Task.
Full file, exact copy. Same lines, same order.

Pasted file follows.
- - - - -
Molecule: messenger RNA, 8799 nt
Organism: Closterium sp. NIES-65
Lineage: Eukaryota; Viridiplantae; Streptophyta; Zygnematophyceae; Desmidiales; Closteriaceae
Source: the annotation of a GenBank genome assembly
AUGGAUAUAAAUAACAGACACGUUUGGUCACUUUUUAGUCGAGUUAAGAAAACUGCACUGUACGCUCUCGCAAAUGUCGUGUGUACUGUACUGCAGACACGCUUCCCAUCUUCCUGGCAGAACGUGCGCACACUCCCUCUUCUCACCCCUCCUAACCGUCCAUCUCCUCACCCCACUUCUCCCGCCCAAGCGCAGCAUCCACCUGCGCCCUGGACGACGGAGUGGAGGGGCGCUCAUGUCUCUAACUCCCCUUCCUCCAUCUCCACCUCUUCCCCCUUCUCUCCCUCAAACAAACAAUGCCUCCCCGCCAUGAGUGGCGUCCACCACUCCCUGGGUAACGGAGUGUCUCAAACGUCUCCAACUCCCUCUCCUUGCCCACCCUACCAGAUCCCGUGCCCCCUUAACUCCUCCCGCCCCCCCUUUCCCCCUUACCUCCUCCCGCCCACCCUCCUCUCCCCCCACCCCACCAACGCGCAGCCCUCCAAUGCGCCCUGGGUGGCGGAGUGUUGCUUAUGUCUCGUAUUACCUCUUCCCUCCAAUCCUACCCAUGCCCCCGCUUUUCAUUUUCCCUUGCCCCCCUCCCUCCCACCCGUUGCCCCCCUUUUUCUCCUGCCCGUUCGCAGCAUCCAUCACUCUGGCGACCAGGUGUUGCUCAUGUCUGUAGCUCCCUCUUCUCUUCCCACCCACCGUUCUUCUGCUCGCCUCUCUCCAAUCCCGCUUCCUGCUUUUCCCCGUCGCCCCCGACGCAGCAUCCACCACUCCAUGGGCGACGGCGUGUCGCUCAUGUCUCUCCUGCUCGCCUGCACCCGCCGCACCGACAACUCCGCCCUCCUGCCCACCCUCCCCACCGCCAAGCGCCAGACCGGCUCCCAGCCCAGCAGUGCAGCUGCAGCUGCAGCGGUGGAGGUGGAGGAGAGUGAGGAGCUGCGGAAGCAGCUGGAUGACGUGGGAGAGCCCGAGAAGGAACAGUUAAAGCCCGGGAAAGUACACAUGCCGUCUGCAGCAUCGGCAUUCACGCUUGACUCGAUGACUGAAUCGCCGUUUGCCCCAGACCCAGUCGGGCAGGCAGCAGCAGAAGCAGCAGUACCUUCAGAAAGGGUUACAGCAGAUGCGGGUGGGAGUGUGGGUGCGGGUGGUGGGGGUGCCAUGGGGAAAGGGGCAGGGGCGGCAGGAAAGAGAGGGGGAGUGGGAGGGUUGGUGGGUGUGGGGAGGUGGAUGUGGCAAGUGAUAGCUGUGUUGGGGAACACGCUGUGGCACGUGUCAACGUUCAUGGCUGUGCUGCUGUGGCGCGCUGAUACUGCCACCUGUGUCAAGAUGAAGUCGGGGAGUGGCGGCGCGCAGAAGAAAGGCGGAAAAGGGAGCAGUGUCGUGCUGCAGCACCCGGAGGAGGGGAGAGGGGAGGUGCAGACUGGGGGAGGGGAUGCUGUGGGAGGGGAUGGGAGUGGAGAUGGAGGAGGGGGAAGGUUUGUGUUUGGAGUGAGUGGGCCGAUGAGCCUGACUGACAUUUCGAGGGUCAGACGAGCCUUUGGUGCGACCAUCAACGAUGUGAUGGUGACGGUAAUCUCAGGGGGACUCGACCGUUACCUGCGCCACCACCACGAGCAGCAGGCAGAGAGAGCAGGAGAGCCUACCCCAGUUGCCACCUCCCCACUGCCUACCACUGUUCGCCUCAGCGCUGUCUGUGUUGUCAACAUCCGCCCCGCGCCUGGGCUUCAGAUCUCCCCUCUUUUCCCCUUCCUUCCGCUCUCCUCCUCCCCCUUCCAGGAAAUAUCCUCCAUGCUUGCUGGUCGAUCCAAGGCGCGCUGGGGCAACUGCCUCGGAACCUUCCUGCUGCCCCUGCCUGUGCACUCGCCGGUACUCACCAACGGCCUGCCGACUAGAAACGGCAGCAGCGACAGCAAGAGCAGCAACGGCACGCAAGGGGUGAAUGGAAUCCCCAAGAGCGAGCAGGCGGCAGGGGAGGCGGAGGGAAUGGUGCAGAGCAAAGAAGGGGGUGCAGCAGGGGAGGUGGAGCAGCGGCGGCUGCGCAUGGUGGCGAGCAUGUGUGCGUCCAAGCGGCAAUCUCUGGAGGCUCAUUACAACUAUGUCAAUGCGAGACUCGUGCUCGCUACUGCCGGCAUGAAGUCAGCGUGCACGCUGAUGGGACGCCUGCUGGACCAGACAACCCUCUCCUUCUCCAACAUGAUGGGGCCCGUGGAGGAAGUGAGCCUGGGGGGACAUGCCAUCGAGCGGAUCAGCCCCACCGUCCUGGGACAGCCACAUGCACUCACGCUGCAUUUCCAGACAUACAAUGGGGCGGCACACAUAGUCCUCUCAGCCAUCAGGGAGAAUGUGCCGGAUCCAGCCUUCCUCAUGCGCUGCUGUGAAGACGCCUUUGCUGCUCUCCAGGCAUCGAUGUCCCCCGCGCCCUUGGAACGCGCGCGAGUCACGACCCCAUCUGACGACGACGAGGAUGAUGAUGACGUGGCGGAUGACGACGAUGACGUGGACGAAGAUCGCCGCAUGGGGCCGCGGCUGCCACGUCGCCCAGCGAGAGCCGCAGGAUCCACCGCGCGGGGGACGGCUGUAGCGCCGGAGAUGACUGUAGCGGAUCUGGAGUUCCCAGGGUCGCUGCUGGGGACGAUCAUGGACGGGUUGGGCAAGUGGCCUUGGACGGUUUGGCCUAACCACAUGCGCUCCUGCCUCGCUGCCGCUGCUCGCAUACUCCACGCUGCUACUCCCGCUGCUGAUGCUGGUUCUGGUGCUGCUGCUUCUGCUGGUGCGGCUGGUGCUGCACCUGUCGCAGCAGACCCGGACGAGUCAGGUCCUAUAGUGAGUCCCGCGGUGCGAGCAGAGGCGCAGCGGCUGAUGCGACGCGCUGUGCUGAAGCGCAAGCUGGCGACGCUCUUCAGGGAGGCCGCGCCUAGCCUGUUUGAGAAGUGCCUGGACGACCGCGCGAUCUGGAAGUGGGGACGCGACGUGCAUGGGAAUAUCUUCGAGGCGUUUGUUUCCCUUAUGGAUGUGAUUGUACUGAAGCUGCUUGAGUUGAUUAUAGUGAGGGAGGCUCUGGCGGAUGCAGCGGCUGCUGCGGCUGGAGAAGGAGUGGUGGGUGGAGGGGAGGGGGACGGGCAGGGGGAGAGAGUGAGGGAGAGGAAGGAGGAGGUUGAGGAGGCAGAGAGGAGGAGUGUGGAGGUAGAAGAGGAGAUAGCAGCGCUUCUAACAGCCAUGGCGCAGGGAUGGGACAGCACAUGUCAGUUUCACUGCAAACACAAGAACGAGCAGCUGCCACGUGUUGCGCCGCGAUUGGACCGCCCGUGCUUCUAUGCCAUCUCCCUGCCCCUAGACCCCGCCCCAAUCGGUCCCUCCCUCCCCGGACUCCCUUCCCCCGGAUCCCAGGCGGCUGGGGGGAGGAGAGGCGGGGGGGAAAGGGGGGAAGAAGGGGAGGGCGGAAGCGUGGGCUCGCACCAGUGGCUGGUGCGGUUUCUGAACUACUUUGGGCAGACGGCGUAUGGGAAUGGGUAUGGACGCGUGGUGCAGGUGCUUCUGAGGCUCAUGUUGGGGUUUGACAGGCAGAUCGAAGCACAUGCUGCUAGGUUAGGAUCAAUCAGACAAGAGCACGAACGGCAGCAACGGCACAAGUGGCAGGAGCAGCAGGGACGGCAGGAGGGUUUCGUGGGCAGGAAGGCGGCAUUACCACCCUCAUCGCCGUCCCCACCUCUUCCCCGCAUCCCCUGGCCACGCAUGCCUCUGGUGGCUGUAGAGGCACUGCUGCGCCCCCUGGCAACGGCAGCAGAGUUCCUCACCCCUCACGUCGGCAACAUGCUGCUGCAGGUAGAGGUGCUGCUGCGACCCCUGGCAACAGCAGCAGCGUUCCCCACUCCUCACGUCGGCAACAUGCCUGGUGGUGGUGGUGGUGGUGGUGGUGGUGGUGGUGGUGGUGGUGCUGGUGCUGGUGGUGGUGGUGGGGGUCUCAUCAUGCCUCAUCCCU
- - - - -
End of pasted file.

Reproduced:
Molecule: messenger RNA, 8799 nt
Organism: Closterium sp. NIES-65
Lineage: Eukaryota; Viridiplantae; Streptophyta; Zygnematophyceae; Desmidiales; Closteriaceae
Source: the annotation of a GenBank genome assembly
AUGGAUAUAAAUAACAGACACGUUUGGUCACUUUUUAGUCGAGUUAAGAAAACUGCACUGUACGCUCUCGCAAAUGUCGUGUGUACUGUACUGCAGACACGCUUCCCAUCUUCCUGGCAGAACGUGCGCACACUCCCUCUUCUCACCCCUCCUAACCGUCCAUCUCCUCACCCCACUUCUCCCGCCCAAGCGCAGCAUCCACCUGCGCCCUGGACGACGGAGUGGAGGGGCGCUCAUGUCUCUAACUCCCCUUCCUCCAUCUCCACCUCUUCCCCCUUCUCUCCCUCAAACAAACAAUGCCUCCCCGCCAUGAGUGGCGUCCACCACUCCCUGGGUAACGGAGUGUCUCAAACGUCUCCAACUCCCUCUCCUUGCCCACCCUACCAGAUCCCGUGCCCCCUUAACUCCUCCCGCCCCCCCUUUCCCCCUUACCUCCUCCCGCCCACCCUCCUCUCCCCCCACCCCACCAACGCGCAGCCCUCCAAUGCGCCCUGGGUGGCGGAGUGUUGCUUAUGUCUCGUAUUACCUCUUCCCUCCAAUCCUACCCAUGCCCCCGCUUUUCAUUUUCCCUUGCCCCCCUCCCUCCCACCCGUUGCCCCCCUUUUUCUCCUGCCCGUUCGCAGCAUCCAUCACUCUGGCGACCAGGUGUUGCUCAUGUCUGUAGCUCCCUCUUCUCUUCCCACCCACCGUUCUUCUGCUCGCCUCUCUCCAAUCCCGCUUCCUGCUUUUCCCCGUCGCCCCCGACGCAGCAUCCACCACUCCAUGGGCGACGGCGUGUCGCUCAUGUCUCUCCUGCUCGCCUGCACCCGCCGCACCGACAACUCCGCCCUCCUGCCCACCCUCCCCACCGCCAAGCGCCAGACCGGCUCCCAGCCCAGCAGUGCAGCUGCAGCUGCAGCGGUGGAGGUGGAGGAGAGUGAGGAGCUGCGGAAGCAGCUGGAUGACGUGGGAGAGCCCGAGAAGGAACAGUUAAAGCCCGGGAAAGUACACAUGCCGUCUGCAGCAUCGGCAUUCACGCUUGACUCGAUGACUGAAUCGCCGUUUGCCCCAGACCCAGUCGGGCAGGCAGCAGCAGAAGCAGCAGUACCUUCAGAAAGGGUUACAGCAGAUGCGGGUGGGAGUGUGGGUGCGGGUGGUGGGGGUGCCAUGGGGAAAGGGGCAGGGGCGGCAGGAAAGAGAGGGGGAGUGGGAGGGUUGGUGGGUGUGGGGAGGUGGAUGUGGCAAGUGAUAGCUGUGUUGGGGAACACGCUGUGGCACGUGUCAACGUUCAUGGCUGUGCUGCUGUGGCGCGCUGAUACUGCCACCUGUGUCAAGAUGAAGUCGGGGAGUGGCGGCGCGCAGAAGAAAGGCGGAAAAGGGAGCAGUGUCGUGCUGCAGCACCCGGAGGAGGGGAGAGGGGAGGUGCAGACUGGGGGAGGGGAUGCUGUGGGAGGGGAUGGGAGUGGAGAUGGAGGAGGGGGAAGGUUUGUGUUUGGAGUGAGUGGGCCGAUGAGCCUGACUGACAUUUCGAGGGUCAGACGAGCCUUUGGUGCGACCAUCAACGAUGUGAUGGUGACGGUAAUCUCAGGGGGACUCGACCGUUACCUGCGCCACCACCACGAGCAGCAGGCAGAGAGAGCAGGAGAGCCUACCCCAGUUGCCACCUCCCCACUGCCUACCACUGUUCGCCUCAGCGCUGUCUGUGUUGUCAACAUCCGCCCCGCGCCUGGGCUUCAGAUCUCCCCUCUUUUCCCCUUCCUUCCGCUCUCCUCCUCCCCCUUCCAGGAAAUAUCCUCCAUGCUUGCUGGUCGAUCCAAGGCGCGCUGGGGCAACUGCCUCGGAACCUUCCUGCUGCCCCUGCCUGUGCACUCGCCGGUACUCACCAACGGCCUGCCGACUAGAAACGGCAGCAGCGACAGCAAGAGCAGCAACGGCACGCAAGGGGUGAAUGGAAUCCCCAAGAGCGAGCAGGCGGCAGGGGAGGCGGAGGGAAUGGUGCAGAGCAAAGAAGGGGGUGCAGCAGGGGAGGUGGAGCAGCGGCGGCUGCGCAUGGUGGCGAGCAUGUGUGCGUCCAAGCGGCAAUCUCUGGAGGCUCAUUACAACUAUGUCAAUGCGAGACUCGUGCUCGCUACUGCCGGCAUGAAGUCAGCGUGCACGCUGAUGGGACGCCUGCUGGACCAGACAACCCUCUCCUUCUCCAACAUGAUGGGGCCCGUGGAGGAAGUGAGCCUGGGGGGACAUGCCAUCGAGCGGAUCAGCCCCACCGUCCUGGGACAGCCACAUGCACUCACGCUGCAUUUCCAGACAUACAAUGGGGCGGCACACAUAGUCCUCUCAGCCAUCAGGGAGAAUGUGCCGGAUCCAGCCUUCCUCAUGCGCUGCUGUGAAGACGCCUUUGCUGCUCUCCAGGCAUCGAUGUCCCCCGCGCCCUUGGAACGCGCGCGAGUCACGACCCCAUCUGACGACGACGAGGAUGAUGAUGACGUGGCGGAUGACGACGAUGACGUGGACGAAGAUCGCCGCAUGGGGCCGCGGCUGCCACGUCGCCCAGCGAGAGCCGCAGGAUCCACCGCGCGGGGGACGGCUGUAGCGCCGGAGAUGACUGUAGCGGAUCUGGAGUUCCCAGGGUCGCUGCUGGGGACGAUCAUGGACGGGUUGGGCAAGUGGCCUUGGACGGUUUGGCCUAACCACAUGCGCUCCUGCCUCGCUGCCGCUGCUCGCAUACUCCACGCUGCUACUCCCGCUGCUGAUGCUGGUUCUGGUGCUGCUGCUUCUGCUGGUGCGGCUGGUGCUGCACCUGUCGCAGCAGACCCGGACGAGUCAGGUCCUAUAGUGAGUCCCGCGGUGCGAGCAGAGGCGCAGCGGCUGAUGCGACGCGCUGUGCUGAAGCGCAAGCUGGCGACGCUCUUCAGGGAGGCCGCGCCUAGCCUGUUUGAGAAGUGCCUGGACGACCGCGCGAUCUGGAAGUGGGGACGCGACGUGCAUGGGAAUAUCUUCGAGGCGUUUGUUUCCCUUAUGGAUGUGAUUGUACUGAAGCUGCUUGAGUUGAUUAUAGUGAGGGAGGCUCUGGCGGAUGCAGCGGCUGCUGCGGCUGGAGAAGGAGUGGUGGGUGGAGGGGAGGGGGACGGGCAGGGGGAGAGAGUGAGGGAGAGGAAGGAGGAGGUUGAGGAGGCAGAGAGGAGGAGUGUGGAGGUAGAAGAGGAGAUAGCAGCGCUUCUAACAGCCAUGGCGCAGGGAUGGGACAGCACAUGUCAGUUUCACUGCAAACACAAGAACGAGCAGCUGCCACGUGUUGCGCCGCGAUUGGACCGCCCGUGCUUCUAUGCCAUCUCCCUGCCCCUAGACCCCGCCCCAAUCGGUCCCUCCCUCCCCGGACUCCCUUCCCCCGGAUCCCAGGCGGCUGGGGGGAGGAGAGGCGGGGGGGAAAGGGGGGAAGAAGGGGAGGGCGGAAGCGUGGGCUCGCACCAGUGGCUGGUGCGGUUUCUGAACUACUUUGGGCAGACGGCGUAUGGGAAUGGGUAUGGACGCGUGGUGCAGGUGCUUCUGAGGCUCAUGUUGGGGUUUGACAGGCAGAUCGAAGCACAUGCUGCUAGGUUAGGAUCAAUCAGACAAGAGCACGAACGGCAGCAACGGCACAAGUGGCAGGAGCAGCAGGGACGGCAGGAGGGUUUCGUGGGCAGGAAGGCGGCAUUACCACCCUCAUCGCCGUCCCCACCUCUUCCCCGCAUCCCCUGGCCACGCAUGCCUCUGGUGGCUGUAGAGGCACUGCUGCGCCCCCUGGCAACGGCAGCAGAGUUCCUCACCCCUCACGUCGGCAACAUGCUGCUGCAGGUAGAGGUGCUGCUGCGACCCCUGGCAACAGCAGCAGCGUUCCCCACUCCUCACGUCGGCAACAUGCCUGGUGGUGGUGGUGGUGGUGGUGGUGGUGGUGGUGGUGGUGGUGCUGGUGCUGGUGGUGGUGGUGGGGGUCUCAUCAUGCCUCAUCCCU